To repair or not to repair: a case report of atrioventricular groove hematoma during mitral valve surgery
Atrioventricular groove hematomas during mitral valve surgery range from simple hematomas to complex atrioventricular disruptions that cause frank rupture with massive bleeding and subsequent mortality. A small or moderate-sized hematoma is reported to be present in the left atrioventricular groove in 10 to 30% of all patients immediately after mitral valve replacement. Despite the fact that atrioventricular groove hematomas are inherently unstable and unpredictable, conservative strategies are recommended due to the high mortality associated with additional surgical repair. Such conservative strategies, however, would not resolve the potential risk of rupture, and there also appears to be a certain degree of uncertainty to be overcome using the current advances in cardiac surgery.
We present a case of atrioventricular hematoma during double valve replacement which was treated with conservative management. A left ventricular pseudoaneurysm developed after surgery, but spontaneously resolved completely within six months. After reflecting on our case, we developed a check sheet, including the anesthesiologist’s transesophageal echocardiography findings, for reasonable intraoperative decision-making regarding conservative management vs. additional surgical repair. Our check sheet helps organize the pathophysiological understanding of the injury and integrates partial findings from complementary viewpoints, and can be used to accurately assess intense situations and develop a common understanding among surgical team members.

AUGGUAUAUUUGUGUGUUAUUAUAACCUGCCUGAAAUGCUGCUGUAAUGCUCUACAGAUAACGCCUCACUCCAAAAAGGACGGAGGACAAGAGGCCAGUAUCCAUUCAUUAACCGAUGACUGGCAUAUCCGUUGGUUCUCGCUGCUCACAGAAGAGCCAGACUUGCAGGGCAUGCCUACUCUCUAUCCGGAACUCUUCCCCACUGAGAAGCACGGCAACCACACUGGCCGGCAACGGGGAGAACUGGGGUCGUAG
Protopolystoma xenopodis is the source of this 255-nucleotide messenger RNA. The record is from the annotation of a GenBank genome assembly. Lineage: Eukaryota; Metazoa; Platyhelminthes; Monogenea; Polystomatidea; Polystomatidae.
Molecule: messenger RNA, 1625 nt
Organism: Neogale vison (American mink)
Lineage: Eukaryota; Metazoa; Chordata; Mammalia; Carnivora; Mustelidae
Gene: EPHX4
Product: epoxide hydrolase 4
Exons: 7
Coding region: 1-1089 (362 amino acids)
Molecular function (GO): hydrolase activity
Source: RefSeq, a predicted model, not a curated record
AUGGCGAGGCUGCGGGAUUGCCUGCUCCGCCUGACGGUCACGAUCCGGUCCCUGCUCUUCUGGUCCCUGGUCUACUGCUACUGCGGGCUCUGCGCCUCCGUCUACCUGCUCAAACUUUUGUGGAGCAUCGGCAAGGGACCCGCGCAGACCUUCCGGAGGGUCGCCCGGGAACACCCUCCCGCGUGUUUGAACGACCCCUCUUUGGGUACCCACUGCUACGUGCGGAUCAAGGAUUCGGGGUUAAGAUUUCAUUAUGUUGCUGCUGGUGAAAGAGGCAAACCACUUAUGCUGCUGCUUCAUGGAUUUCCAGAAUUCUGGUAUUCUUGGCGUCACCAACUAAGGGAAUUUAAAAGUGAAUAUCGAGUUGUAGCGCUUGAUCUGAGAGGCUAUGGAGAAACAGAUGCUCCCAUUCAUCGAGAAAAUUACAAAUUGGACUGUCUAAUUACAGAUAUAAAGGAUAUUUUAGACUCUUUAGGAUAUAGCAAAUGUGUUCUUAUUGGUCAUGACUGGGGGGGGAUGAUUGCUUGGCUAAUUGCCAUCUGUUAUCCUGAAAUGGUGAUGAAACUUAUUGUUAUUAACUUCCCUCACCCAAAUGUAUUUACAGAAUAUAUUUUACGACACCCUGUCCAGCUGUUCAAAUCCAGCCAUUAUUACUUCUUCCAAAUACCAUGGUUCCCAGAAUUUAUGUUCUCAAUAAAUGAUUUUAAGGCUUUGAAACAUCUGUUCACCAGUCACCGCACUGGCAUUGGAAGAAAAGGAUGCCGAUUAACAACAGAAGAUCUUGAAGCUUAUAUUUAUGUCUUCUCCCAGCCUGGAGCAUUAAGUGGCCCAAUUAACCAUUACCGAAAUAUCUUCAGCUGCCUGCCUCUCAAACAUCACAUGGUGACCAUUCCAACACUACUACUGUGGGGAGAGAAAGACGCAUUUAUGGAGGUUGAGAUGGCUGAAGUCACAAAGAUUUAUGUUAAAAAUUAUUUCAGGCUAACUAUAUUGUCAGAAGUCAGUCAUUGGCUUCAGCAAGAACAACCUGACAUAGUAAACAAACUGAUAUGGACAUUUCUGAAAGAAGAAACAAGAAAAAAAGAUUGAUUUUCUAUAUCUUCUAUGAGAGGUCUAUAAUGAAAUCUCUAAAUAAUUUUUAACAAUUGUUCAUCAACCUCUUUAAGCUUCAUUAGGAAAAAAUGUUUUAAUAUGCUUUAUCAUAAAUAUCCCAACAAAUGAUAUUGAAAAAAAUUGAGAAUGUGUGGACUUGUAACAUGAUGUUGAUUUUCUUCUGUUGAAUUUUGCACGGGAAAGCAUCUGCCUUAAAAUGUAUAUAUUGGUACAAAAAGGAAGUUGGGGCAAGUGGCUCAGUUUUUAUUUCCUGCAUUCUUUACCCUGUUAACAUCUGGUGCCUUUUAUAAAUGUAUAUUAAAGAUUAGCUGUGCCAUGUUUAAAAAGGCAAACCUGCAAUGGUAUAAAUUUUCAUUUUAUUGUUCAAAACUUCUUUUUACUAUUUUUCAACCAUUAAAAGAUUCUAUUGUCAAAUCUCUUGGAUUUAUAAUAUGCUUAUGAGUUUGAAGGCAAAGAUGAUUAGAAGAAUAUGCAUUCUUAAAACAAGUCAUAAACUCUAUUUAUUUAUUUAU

Our case involved an atrioventricular groove hematoma that occurred during mitral valve surgery and caused a left ventricular pseudoaneurysm. Conservative strategies yielded positive results. We hope our experience and original check sheet will be of value to surgical teams facing similar situations.
KeywordsAtrioventricular groove hematoma Atrioventricular groove disruption Left ventricular pseudoaneurysm Transesophageal echocardiography
Double valve replacement
Atrioventricular groove (AVG) hematomas during mitral valve surgery range from simple hematomas to complex AVG disruptions that cause frank rupture with massive bleeding and subsequent mortality . Kirklin’s textbook mentions that “a small or moderate-sized hematoma is present in the left AVG in 10% to 30% of all patients immediately after mitral valve replacement. If bleeding is not occurring, the patient’s condition remains good, and the hematoma does not increase in size, it should be left untreated and uninspected with nothing further done” . Yet, because real-world clinical settings change by the minute and are often unstable and unpredictable, this conservative strategy that relies solely on a surgeon’s viewpoint appears to contain a certain degree of uncertainty to be overcome using the current advances in cardiac surgery. Here, we present a case of AVG hematoma during double valve replacement (DVR), which was treated with conservative management. A left ventricular pseudoaneurysm developed after surgery, but spontaneously resolved completely within six months. For reasonable intraoperative decision-making, we developed a check sheet that assesses real-time cardiac status and integrates partial findings from complementary viewpoints.
A 64-year-old man, with severe multi-valvular disease detected during preoperative evaluation for colon diverticulitis, was referred for heart valve surgery. He had suffered recurrent life-threatening diverticular bleeding and accompanying heart failure. Transthoracic echocardiography (TTE) showed severe aortic regurgitation classified as type II (cusp prolapse) according to the functional classification developed by El Khoury et al., and severe mitral regurgitation caused by degenerative bi-leaflet prolapse with multiple eccentric regurgitant jets, exacerbated by secondary factors, including mitral annular and left ventricular (LV) dilation. Secure mitral repair with a shorter cardiopulmonary bypass (CPB) time would have been difficult due to the complex lesion; double valve replacement (DVR) was a safer and simpler procedure.